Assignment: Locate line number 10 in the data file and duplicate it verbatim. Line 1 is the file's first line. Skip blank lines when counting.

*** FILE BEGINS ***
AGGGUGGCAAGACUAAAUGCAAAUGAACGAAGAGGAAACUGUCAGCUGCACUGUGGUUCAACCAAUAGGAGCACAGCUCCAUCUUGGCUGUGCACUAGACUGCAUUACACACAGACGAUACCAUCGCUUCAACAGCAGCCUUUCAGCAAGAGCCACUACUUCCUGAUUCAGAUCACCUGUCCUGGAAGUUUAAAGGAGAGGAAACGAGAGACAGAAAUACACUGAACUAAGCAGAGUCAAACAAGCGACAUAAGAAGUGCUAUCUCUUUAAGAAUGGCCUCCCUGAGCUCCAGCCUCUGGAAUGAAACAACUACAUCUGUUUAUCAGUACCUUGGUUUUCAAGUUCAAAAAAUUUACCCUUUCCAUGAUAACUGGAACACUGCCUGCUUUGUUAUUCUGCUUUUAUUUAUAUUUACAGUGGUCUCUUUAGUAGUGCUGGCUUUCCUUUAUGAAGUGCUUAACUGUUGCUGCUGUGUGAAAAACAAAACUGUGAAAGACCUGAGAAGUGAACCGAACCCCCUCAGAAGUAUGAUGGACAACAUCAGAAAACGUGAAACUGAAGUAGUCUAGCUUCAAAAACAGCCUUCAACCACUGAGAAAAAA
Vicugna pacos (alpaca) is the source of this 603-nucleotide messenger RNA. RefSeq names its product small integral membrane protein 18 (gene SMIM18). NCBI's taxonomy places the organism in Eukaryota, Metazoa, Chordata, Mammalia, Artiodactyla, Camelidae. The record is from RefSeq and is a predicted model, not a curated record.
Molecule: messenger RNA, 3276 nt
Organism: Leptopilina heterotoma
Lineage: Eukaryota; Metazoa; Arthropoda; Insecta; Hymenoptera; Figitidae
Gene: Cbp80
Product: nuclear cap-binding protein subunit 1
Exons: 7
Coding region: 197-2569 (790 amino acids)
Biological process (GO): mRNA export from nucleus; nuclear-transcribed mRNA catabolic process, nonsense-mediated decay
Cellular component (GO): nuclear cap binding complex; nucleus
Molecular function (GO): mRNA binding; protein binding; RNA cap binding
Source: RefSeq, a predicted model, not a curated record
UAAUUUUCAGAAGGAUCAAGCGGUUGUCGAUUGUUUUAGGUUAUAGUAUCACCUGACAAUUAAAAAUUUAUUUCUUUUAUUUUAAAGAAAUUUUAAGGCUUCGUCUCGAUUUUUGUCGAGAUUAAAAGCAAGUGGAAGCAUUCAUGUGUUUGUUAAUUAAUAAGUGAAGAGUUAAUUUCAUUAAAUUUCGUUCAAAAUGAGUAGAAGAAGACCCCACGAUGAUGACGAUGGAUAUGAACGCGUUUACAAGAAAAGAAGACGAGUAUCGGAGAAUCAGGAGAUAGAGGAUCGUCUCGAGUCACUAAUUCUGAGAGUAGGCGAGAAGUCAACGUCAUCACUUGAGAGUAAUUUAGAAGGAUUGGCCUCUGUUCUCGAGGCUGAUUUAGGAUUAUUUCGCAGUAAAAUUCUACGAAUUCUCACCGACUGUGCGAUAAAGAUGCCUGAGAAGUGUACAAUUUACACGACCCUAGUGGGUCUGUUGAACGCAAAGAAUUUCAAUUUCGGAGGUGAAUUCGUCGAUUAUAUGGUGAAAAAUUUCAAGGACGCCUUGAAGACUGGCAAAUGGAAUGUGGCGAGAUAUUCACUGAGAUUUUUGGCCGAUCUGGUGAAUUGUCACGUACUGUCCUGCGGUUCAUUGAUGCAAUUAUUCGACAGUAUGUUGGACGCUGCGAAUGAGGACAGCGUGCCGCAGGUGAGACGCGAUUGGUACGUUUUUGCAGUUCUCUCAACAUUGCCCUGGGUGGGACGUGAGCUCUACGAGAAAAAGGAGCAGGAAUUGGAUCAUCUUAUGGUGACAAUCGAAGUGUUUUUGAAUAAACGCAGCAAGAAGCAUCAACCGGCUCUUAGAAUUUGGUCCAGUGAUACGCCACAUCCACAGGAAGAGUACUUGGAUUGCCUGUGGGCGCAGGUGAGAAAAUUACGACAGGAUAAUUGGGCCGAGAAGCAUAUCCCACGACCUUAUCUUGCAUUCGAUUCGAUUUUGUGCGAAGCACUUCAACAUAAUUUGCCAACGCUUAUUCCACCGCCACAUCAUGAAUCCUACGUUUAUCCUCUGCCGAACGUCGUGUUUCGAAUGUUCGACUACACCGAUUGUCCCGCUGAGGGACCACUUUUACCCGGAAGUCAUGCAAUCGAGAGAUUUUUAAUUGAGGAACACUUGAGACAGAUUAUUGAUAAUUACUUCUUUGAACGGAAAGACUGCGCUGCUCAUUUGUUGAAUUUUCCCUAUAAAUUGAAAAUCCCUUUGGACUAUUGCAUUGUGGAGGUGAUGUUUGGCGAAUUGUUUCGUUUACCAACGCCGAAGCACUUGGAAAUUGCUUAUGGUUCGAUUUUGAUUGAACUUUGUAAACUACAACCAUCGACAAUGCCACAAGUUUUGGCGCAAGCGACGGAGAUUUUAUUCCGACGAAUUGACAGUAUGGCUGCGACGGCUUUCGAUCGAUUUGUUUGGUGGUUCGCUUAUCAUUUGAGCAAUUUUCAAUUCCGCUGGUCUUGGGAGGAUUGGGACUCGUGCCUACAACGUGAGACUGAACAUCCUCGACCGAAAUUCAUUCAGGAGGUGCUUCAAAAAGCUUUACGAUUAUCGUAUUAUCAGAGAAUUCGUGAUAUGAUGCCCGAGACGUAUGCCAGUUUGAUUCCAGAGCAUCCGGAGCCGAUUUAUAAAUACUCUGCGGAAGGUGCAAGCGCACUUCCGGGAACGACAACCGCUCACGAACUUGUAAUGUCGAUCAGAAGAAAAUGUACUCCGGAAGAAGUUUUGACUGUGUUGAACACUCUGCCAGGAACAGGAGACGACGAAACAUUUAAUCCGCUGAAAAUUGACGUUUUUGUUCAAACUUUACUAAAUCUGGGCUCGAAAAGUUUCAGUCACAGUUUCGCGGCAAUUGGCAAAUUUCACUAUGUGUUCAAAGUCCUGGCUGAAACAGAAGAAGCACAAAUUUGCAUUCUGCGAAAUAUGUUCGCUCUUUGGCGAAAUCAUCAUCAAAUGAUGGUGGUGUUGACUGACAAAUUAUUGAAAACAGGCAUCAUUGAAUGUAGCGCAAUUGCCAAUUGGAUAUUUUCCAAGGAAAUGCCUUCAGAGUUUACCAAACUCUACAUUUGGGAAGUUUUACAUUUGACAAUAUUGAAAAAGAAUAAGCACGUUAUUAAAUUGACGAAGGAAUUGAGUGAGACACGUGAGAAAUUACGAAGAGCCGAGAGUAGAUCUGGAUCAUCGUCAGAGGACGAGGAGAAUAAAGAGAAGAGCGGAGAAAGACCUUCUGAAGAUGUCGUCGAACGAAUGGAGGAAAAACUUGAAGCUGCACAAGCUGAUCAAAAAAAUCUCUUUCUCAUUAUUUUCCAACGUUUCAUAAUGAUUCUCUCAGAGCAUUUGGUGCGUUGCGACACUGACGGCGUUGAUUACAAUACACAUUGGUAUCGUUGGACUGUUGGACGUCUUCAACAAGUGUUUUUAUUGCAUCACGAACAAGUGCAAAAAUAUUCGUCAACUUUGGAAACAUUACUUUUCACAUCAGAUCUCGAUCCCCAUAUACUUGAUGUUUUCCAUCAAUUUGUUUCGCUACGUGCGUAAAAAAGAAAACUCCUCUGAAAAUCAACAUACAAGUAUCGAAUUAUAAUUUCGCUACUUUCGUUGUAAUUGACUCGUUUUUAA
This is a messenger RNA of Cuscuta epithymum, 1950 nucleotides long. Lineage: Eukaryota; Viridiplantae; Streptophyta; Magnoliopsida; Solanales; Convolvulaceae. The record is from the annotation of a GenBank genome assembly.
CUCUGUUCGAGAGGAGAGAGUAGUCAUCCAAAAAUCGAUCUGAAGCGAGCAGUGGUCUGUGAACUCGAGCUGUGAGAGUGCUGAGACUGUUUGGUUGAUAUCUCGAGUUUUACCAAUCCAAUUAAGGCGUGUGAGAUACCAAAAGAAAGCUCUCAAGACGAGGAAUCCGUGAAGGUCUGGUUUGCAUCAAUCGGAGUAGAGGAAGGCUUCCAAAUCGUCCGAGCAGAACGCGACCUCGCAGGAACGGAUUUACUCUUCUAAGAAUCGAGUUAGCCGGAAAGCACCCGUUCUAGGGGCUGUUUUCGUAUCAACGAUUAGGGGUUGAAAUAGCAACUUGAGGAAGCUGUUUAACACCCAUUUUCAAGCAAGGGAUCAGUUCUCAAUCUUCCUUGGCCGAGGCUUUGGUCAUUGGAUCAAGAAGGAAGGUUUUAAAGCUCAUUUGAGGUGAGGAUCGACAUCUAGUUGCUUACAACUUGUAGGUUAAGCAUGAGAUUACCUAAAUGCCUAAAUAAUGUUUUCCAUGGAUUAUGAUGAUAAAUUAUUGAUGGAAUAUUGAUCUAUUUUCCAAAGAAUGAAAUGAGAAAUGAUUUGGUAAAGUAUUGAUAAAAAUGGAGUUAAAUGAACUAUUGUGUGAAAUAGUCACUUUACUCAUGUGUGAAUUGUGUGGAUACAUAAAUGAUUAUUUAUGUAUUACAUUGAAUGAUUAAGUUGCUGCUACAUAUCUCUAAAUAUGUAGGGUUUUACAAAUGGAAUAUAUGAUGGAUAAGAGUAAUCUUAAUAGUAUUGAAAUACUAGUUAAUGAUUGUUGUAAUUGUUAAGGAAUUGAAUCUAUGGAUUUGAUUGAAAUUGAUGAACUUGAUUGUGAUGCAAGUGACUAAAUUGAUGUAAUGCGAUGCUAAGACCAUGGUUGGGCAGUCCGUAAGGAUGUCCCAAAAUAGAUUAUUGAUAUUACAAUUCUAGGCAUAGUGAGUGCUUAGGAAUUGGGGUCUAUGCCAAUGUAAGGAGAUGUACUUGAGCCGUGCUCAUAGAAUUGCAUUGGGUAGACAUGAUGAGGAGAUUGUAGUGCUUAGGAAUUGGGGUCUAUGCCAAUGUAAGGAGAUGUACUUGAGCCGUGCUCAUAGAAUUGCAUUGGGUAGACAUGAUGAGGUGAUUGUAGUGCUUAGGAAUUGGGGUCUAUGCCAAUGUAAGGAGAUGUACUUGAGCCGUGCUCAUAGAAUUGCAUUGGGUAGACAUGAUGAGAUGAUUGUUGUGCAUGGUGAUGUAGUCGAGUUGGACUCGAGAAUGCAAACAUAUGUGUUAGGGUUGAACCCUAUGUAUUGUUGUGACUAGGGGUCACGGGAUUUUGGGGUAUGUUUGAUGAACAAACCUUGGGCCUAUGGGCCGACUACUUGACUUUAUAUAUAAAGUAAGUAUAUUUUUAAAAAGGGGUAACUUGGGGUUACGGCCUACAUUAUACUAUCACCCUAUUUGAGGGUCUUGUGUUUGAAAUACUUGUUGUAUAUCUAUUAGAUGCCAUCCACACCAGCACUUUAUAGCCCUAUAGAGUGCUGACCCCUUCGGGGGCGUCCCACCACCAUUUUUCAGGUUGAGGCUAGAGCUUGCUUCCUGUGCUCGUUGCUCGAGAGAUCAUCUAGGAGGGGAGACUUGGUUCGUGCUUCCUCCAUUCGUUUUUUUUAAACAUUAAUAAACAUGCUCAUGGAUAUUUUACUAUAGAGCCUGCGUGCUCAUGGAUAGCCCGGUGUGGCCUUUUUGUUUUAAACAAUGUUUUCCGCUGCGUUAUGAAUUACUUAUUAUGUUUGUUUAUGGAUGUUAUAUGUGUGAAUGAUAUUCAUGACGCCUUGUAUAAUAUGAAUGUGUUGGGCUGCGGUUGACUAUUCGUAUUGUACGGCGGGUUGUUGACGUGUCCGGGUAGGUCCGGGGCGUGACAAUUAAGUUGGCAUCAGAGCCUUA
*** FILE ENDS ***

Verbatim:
Biological process (GO): mRNA export from nucleus; nuclear-transcribed mRNA catabolic process, nonsense-mediated decay